Neg. No: GP (L) 1449
Neg. Size: 15"x12"
Neg. Date: 07-07-1897
Sitter: Richard George Penn Curzon-Howe, Viscount Curzon, later 4th Earl Howe (1861-1929).
Biog: Conservative MP, 1885-1900; Treasurer of the Household, 1896-1900; Lord Chamberlain to Queen Alexandra, 1903-1925.
Role: Admiral Earl Howe (1726-1799), after Gainsborough.
Date: 7 July 1897.
Occasion: The Devonshire House Ball, 2 July 1897.
Location: The Lafayette Studio, 179 New Bond Street, London.
Descr: FL standing.(1)
Costume: Costume based on the undress uniform of a mid-18th century British naval commodore, after portrait of Richard, 1st Earl Howe by Thomas Gainsborough, c. 1764.
Accessories: Sword presented to Admiral, First Earl Howe by George III as a victory trophy on 26 June 1794 to commemorate the British naval victory - 'The Glorious First of June 1794', hilt in blue enamel and gold, inset with diamonds; chain probably representing chain given by George III on 26 June 1794 to 1st Earl Howe and other senior naval officers; insignia of the Order of the Garter, (the Garter awarded to 1st Earl Howe in 1797).
Furniture & Props: Rococco style painted backdrop; studio Persian rug.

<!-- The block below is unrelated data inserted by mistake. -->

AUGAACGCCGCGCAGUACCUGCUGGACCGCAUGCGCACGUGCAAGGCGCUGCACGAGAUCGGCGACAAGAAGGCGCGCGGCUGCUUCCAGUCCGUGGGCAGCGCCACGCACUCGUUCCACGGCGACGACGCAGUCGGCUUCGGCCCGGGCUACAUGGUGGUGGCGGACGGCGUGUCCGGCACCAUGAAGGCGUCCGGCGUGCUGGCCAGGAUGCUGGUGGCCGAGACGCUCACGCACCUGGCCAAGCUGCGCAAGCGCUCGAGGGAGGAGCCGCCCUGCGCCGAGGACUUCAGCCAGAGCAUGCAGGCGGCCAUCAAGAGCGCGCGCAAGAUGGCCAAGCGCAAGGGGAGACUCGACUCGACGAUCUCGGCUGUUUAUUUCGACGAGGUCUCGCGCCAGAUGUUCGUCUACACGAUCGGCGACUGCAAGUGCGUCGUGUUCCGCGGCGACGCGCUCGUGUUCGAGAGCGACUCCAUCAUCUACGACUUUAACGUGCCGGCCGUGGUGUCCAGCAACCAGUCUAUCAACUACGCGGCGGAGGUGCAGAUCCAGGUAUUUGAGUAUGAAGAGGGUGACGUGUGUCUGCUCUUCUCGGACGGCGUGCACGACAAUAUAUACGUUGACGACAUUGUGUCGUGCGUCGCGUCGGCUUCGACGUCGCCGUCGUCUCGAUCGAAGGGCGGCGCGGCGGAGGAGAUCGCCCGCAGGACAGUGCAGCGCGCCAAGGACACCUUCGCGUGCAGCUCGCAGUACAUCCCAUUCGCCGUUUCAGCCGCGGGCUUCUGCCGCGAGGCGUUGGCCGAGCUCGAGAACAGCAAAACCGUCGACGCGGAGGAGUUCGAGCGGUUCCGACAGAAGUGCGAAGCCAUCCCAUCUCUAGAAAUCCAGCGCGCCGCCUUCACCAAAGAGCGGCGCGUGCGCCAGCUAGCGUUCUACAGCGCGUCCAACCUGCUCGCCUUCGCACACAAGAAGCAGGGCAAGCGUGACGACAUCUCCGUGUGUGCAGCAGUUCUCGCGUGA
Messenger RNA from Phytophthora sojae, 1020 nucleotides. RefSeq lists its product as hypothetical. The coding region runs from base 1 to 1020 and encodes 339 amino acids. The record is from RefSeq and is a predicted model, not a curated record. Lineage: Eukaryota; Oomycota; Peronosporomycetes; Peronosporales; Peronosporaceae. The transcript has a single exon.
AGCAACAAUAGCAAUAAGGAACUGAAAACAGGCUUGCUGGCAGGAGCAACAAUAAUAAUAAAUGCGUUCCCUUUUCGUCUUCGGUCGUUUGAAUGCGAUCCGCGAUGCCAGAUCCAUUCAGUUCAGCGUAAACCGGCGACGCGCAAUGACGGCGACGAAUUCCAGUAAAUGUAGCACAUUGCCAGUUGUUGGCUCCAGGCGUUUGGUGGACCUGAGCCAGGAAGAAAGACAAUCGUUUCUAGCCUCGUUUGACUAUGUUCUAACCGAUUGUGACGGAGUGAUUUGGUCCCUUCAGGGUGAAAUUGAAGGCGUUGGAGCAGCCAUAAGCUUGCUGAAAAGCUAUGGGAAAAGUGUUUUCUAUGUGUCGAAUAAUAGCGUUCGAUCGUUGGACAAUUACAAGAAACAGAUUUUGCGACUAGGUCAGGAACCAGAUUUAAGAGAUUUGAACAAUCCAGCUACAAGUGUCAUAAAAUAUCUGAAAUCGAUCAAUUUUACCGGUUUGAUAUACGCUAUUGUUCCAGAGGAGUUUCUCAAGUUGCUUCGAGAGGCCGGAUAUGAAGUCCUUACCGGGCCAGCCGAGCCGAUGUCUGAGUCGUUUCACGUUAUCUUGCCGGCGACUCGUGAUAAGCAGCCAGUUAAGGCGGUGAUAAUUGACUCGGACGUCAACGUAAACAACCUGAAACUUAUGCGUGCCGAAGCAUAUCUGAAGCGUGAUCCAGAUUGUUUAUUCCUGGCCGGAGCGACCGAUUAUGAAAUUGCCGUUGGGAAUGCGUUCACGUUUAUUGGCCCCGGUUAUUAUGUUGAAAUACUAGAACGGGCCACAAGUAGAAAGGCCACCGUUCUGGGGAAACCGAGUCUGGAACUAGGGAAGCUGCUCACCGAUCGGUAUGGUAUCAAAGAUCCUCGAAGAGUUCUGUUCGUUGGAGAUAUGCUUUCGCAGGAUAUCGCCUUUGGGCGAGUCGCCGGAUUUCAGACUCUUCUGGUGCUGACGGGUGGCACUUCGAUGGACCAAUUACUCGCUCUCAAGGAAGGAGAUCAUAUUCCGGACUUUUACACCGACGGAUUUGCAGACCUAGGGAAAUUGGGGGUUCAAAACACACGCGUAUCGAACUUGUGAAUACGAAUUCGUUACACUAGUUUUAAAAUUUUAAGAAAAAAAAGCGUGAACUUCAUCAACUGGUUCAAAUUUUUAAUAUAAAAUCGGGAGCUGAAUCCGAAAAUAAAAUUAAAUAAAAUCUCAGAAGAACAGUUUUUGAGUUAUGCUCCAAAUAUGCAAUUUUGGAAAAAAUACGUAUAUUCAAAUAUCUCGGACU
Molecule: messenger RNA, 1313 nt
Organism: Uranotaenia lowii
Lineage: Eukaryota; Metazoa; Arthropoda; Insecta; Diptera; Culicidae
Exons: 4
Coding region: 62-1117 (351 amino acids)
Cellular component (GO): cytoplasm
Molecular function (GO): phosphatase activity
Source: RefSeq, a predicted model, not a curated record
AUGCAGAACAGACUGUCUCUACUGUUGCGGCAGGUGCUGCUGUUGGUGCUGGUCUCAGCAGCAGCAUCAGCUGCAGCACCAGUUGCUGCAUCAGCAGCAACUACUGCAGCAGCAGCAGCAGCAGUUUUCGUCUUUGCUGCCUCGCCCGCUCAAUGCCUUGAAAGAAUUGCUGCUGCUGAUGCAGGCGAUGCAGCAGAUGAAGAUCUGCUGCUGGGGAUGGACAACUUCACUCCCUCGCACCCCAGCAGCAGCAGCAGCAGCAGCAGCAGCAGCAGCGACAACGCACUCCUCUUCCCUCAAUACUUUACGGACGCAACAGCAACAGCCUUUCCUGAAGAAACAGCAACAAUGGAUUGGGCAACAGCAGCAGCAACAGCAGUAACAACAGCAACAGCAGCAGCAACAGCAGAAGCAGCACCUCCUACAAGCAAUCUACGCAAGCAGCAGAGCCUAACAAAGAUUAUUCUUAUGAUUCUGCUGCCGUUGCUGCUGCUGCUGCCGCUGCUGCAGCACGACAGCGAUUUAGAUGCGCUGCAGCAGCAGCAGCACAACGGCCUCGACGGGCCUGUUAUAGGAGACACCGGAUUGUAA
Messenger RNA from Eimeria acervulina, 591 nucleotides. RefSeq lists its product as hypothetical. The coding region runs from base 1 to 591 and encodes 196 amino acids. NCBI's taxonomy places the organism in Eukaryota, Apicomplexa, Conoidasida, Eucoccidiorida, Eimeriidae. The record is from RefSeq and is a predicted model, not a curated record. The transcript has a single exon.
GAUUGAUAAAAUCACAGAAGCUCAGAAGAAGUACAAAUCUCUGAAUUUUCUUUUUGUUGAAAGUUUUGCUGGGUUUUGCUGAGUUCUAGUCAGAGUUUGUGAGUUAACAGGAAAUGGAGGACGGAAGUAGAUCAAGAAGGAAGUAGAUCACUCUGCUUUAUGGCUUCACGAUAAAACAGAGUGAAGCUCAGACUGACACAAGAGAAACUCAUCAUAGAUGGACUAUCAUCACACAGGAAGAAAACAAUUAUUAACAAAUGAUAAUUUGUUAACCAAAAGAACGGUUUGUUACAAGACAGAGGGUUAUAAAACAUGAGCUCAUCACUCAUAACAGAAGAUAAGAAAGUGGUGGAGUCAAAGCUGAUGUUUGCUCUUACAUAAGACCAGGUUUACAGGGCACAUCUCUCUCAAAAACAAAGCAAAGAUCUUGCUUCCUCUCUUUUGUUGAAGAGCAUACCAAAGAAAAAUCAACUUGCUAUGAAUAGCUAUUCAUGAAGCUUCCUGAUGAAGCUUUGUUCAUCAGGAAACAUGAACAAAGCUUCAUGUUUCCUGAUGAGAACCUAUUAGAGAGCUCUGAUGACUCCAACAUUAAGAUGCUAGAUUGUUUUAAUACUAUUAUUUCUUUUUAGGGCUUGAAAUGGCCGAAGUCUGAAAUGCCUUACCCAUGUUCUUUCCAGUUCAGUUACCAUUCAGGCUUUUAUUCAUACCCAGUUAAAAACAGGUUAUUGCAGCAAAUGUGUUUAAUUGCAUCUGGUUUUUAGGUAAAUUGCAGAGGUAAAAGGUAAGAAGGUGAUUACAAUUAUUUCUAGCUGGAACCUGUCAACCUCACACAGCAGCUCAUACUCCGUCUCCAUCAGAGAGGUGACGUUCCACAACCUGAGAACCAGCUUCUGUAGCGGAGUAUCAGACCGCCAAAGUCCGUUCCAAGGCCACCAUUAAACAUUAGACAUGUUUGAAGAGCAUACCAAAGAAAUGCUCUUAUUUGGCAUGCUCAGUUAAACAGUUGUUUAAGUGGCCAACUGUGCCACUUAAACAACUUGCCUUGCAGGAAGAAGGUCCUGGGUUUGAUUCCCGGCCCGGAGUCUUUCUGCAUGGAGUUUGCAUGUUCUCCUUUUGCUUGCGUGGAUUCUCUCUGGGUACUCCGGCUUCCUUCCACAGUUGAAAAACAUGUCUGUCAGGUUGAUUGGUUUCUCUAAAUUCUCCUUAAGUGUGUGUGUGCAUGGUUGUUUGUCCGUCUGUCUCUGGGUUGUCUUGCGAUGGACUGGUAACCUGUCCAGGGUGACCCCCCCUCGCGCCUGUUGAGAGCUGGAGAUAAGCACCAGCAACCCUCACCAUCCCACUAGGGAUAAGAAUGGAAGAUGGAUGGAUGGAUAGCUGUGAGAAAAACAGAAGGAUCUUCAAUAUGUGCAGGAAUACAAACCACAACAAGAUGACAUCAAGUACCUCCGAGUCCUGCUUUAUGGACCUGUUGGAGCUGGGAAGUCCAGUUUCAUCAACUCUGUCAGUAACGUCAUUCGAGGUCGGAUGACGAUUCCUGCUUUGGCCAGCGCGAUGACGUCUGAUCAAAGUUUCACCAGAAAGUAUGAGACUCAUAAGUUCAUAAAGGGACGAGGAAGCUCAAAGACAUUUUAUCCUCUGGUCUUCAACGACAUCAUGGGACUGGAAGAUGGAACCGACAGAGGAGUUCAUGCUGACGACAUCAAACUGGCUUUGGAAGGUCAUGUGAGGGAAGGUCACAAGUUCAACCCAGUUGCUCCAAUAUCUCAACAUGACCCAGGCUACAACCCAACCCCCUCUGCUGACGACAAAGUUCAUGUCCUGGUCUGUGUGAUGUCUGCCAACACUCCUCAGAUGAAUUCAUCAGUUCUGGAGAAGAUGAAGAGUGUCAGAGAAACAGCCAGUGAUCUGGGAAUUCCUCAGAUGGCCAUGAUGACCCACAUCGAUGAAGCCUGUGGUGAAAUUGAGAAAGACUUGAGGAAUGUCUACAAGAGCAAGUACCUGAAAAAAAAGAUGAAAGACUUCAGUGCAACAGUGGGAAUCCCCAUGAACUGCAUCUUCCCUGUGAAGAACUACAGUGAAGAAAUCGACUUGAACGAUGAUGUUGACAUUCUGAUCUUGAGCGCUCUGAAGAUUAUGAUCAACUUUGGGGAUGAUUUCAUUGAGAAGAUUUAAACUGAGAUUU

Photographer: The firm of J. Lafayette, 179 New Bond Street, London, W.
Evidence of studio at work: -
No of related negatives: 2 (see also neg no 1448).
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Biog: Burke's Peerage; The Complete Peerage; The Times, 11 January 1929, p 11d.
Occasion: Sophia Murphy, The Duchess of Devonshire's Ball, London, 1984.
Role and costume: The Daily Telegraph, 3 July 1897, p 10a; Truth, 8 July 1897, p 108b; Anne French ed, The Earl and Countess Howe by Gainsborough: A Bicentenary Exhibition, London, 1988.
Accessories: Anne French, op cit, p 10 & p 90; Dictionary of National Biography (entry - Howe, Richard, Earl Howe); Diana Scarisbrick, Ancestral Jewels, London, 1989, pp 172-173.
Reproduced: (Version) Devonshire House Fancy Dress Ball, July 2 1897: A Collection of Portraits in Costume of Some of the Guests, privately printed, 1899, p 171 (National Portrait Gallery Archives)
1. The version published is much closer to the Gainsborough portrait, both in pose and background.